Two men were convicted and fined $25,000 each, for the destruction of more than eight hectares of wildlife habitat near Mildura, and in the state’s southwest, a farmer was convicted and ordered to pay nearly $60,000 for destroying habitat in the Annya State Forest, near Heywood.

Both cases occurred on public land neighbouring the offenders’ properties, and in both cases the respective Magistrate said the offenders should have known better.

As the regulator of public land in Victoria, it’s our responsibility to investigate and prosecute cases of illegal native vegetation removal on Crown land

Our achievements

Our third year of operation has seen us capitalise on the work of previous years to embed our priorities, and focus on where the greatest harms may lie. We have increasingly focused our efforts on proactive activities, while still ensuring that reports of crime are promptly assessed, and where appropriate, investigated.

Operation Guardian

The Conservation Regulator has led a total of 1,952 proactive patrols across public land since April 2020 through Operation Guardian to protect natural resources and ensure compliance.

As COVID-19 restrictions eased and the weather changed, we expected to see Victorian’s taking up the opportunity to explore Victoria’s great outdoors.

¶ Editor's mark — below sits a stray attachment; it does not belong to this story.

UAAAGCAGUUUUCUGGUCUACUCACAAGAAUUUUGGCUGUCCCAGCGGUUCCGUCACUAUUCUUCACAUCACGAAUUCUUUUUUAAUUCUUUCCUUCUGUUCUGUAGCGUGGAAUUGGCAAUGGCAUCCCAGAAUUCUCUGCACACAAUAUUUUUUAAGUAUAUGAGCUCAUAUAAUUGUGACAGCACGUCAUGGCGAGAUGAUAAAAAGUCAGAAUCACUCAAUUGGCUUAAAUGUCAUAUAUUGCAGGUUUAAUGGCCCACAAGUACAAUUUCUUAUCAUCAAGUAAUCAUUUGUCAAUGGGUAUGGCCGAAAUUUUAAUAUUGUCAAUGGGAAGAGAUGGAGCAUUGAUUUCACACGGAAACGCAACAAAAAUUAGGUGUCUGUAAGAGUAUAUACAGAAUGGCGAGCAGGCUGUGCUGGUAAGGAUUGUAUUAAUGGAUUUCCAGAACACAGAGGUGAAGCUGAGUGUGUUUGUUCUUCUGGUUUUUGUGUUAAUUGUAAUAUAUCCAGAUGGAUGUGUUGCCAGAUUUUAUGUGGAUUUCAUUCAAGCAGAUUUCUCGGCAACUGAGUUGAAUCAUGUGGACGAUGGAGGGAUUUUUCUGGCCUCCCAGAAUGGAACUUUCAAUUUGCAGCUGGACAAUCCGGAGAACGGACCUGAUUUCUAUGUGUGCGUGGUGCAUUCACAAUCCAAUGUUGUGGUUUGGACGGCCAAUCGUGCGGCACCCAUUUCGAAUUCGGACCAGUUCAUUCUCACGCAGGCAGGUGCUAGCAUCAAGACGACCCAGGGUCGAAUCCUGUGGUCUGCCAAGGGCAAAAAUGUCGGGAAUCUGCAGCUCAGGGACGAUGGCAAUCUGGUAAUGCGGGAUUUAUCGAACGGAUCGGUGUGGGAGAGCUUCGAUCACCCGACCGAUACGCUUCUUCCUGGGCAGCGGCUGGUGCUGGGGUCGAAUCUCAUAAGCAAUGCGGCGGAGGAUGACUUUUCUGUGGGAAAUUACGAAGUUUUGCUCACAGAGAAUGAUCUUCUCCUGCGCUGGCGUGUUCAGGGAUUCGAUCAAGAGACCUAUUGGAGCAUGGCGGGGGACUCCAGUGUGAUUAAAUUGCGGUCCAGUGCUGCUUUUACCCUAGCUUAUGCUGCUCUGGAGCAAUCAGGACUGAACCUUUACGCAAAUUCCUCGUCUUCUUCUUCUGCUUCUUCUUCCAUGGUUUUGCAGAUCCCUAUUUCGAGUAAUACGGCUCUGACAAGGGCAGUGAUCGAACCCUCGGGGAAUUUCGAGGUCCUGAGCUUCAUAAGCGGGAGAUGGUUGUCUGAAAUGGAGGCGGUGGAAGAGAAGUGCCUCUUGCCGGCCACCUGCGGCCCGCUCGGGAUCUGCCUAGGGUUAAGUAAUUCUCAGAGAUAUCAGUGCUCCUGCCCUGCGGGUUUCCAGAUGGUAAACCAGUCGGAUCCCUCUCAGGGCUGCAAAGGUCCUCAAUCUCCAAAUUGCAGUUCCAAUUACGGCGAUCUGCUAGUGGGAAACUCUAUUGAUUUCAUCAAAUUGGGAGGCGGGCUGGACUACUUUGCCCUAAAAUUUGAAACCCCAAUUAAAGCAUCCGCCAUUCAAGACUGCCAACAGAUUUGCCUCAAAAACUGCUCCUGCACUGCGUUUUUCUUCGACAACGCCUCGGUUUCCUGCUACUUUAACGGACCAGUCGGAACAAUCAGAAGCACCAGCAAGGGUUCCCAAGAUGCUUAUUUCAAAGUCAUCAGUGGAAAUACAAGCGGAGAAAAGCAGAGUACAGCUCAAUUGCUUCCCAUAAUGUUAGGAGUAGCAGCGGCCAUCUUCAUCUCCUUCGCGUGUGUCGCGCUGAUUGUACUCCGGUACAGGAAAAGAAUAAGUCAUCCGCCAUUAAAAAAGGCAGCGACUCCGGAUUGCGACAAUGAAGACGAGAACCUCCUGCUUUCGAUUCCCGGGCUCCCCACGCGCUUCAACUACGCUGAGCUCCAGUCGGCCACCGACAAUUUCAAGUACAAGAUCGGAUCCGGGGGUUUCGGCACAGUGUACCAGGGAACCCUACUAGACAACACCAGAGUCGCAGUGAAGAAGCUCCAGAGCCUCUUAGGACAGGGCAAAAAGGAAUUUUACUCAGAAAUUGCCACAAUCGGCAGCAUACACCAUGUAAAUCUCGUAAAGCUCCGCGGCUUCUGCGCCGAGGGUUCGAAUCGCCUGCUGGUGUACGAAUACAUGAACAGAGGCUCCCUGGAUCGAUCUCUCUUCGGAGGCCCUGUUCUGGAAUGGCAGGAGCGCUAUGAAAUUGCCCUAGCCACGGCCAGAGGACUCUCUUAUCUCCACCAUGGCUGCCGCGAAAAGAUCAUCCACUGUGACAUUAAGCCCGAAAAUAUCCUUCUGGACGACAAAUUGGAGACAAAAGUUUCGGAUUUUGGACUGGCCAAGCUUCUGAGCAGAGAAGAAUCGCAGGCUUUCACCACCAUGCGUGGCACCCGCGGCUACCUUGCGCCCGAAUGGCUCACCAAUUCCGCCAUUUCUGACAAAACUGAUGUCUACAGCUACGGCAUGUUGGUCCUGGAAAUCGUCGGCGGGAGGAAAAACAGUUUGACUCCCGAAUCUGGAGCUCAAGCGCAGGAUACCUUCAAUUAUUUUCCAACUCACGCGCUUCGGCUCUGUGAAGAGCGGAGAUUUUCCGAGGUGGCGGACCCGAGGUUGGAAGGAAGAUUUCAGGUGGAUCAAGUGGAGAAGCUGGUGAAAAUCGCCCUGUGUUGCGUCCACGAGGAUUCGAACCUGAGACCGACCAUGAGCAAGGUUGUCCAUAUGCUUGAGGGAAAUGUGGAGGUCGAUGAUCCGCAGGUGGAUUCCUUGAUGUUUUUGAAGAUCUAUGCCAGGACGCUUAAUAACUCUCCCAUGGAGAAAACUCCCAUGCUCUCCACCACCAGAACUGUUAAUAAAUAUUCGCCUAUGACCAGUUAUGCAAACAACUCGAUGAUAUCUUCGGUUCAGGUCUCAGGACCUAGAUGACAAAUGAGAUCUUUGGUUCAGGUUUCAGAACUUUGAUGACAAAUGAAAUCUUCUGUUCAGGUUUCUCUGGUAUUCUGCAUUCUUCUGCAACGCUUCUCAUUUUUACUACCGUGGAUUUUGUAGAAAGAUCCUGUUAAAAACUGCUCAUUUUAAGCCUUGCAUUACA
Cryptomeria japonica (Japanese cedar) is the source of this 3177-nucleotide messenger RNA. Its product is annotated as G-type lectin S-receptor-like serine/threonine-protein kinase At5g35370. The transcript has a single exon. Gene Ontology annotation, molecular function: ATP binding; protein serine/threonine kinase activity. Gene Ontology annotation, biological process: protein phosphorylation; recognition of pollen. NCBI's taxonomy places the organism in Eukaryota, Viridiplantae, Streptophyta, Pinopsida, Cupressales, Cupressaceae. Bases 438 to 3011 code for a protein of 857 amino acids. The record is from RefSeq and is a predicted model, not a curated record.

The focus of Operation Guardian was to gather intelligence around the movement of people across public land and ensure education about and compliance with natural resource laws. The Conservation Regulator conducted patrols targeting operational priorities such as campfires, off-road vehicle use, firewood, and wildlife. A coordinated approach with partner agencies enabled patrol coverage of known hotspots as well as targeted operations to ensure organised events were conducted lawfully with the best environmental outcomes possible.

Over the 2021-22 period, 809 patrols were conducted in a variety of environments, to maintain public awareness of our presence as a deterrent of non-compliance, but also to target hotspots of illegal activity. We engaged with more than 71,330 people, through 5,990 patrol reports, supporting community education and engagement about the role of the Conservation Regulator and compliance with the law.